• They visit the coast of Ireland during the summer and autumn during their annual migration.
  • Bluefins have historically been abundant in Irish waters. But excessive commerical fishing has led to global population crashes and their disappearance from Ireland in the 2000s.
  • IUCN Status: LC.
  • Distribution: Sub-tropical to cold temperate latitudes of the Atlantic Ocean.
  • Habitat: Open ocean (pelagic)
  • Feeding habits: Aggressive and one of the largest open ocean predators.
  • Reproduction: Broadcast spawning Female Atlantic bluefin tuna produce up to 10 million eggs a year.
  • Countercurrent exchanger: A specialised blood vessel structure in Atlantic Bluefin that allows them to maintain a body temperature that is higher than the surrounding water.
  • Top Predators: Juveniles eat fish, squid, and crustaceans & adults eat baitfish like herring and bluefish.
  • Appearance: Torpedo-shaped with short pectoral fins and a dark red dorsal fin, dark blue-black on the back, white on the lower sides and belly.

    Atlantic bluefin tuna - PMF IAS

    Credits: NOAA

  • Constant swimmers: Like some shark species, the Atlantic Bluefin must constantly swim. To obtain oxygen from the water, fish pass water over their gills.
  • The tunas lack the ability to do so while stopped, so they must continuously swim forward with their mouths open to keep their blood oxygenated.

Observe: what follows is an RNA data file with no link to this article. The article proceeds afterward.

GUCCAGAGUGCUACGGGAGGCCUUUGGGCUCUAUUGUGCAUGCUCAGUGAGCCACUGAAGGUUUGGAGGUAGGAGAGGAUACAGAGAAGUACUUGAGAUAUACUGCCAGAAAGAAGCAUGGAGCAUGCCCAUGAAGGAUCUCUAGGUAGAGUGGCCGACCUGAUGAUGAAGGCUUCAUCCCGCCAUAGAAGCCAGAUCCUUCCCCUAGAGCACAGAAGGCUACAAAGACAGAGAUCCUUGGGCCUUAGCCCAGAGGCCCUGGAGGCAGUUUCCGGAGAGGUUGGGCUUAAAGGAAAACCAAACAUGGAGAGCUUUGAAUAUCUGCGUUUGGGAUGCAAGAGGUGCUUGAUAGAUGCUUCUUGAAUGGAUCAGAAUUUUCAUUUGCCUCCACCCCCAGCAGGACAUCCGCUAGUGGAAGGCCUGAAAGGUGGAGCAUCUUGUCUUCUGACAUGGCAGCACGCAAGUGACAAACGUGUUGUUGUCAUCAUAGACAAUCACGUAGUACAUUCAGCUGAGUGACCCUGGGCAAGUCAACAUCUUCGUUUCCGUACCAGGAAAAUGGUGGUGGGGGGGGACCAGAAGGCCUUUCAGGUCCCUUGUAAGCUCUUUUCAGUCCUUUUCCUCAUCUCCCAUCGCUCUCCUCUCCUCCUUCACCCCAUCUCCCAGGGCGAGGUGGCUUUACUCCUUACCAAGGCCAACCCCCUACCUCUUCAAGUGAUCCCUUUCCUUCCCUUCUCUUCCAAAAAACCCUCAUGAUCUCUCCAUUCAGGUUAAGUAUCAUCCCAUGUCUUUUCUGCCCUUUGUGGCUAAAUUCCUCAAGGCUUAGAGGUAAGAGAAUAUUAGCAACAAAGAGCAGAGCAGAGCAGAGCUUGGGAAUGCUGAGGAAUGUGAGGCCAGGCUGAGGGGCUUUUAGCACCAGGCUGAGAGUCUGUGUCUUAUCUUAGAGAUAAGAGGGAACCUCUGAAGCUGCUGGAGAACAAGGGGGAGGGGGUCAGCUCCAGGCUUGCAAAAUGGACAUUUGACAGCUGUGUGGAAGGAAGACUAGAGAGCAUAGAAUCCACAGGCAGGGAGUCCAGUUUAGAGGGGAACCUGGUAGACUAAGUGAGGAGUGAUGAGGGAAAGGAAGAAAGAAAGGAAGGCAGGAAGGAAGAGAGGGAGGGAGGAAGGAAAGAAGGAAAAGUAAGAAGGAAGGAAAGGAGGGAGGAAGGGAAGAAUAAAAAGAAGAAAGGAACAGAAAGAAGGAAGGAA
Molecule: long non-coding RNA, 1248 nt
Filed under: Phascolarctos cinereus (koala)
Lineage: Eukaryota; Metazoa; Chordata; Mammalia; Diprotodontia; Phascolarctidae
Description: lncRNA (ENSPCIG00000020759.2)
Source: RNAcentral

• Atlantic bluefin tuna can live for 35 years, possibly longer.
  • In Broadcast spawning, several females and several males release millions of eggs and sperm into the water column simultaneously.

Also read about Indian Ocean Tuna Commission.

{Prelims – S&T – Defence} Vidyut Rakshak

  • Context (TH): The Indian Army (IA) has launched a tech-based innovation called ‘Vidyut Rakshak’, an integrated generator monitoring, protection, and control system.
  • The launch of Vidyut Rakshak marks a key milestone in the Indian Army’s “Year of Tech Absorption” initiative, showcasing its commitment to enhancing operational efficiency through technology.
  • It was developed by Major Rajprasad R S (recently showcased during ‘Exercise Bharat Shakti‘), and he also developed the ‘Portable Multi-Target Detonation Device’, which was patented by the Army.

Key Features of Vidyut Rakshak

  • Vidyut Rakshak is an Internet of Things (IoT) enabled system that allows generators to connect and exchange data with other IoT devices and the cloud.
  • It is applicable to all existing generators in the IA, regardless of their type, make, rating, and vintage.
  • In addition to monitoring generator parameters, Vidyut Rakshak enables fault prediction and prevention, ensuring optimal performance and longevity of the generators.
  • The system automates manual operation through a user-friendly interface.

Portable Multi-Target Detonation Device

  • The Portable Multi-Target Detonation Device (WEDC) enables long-range demolition, allowing soldiers to detonate targets up to 2.5 km away, either wired or wirelessly.
  • This microprocessor-based system can fire at multiple targets individually or simultaneously.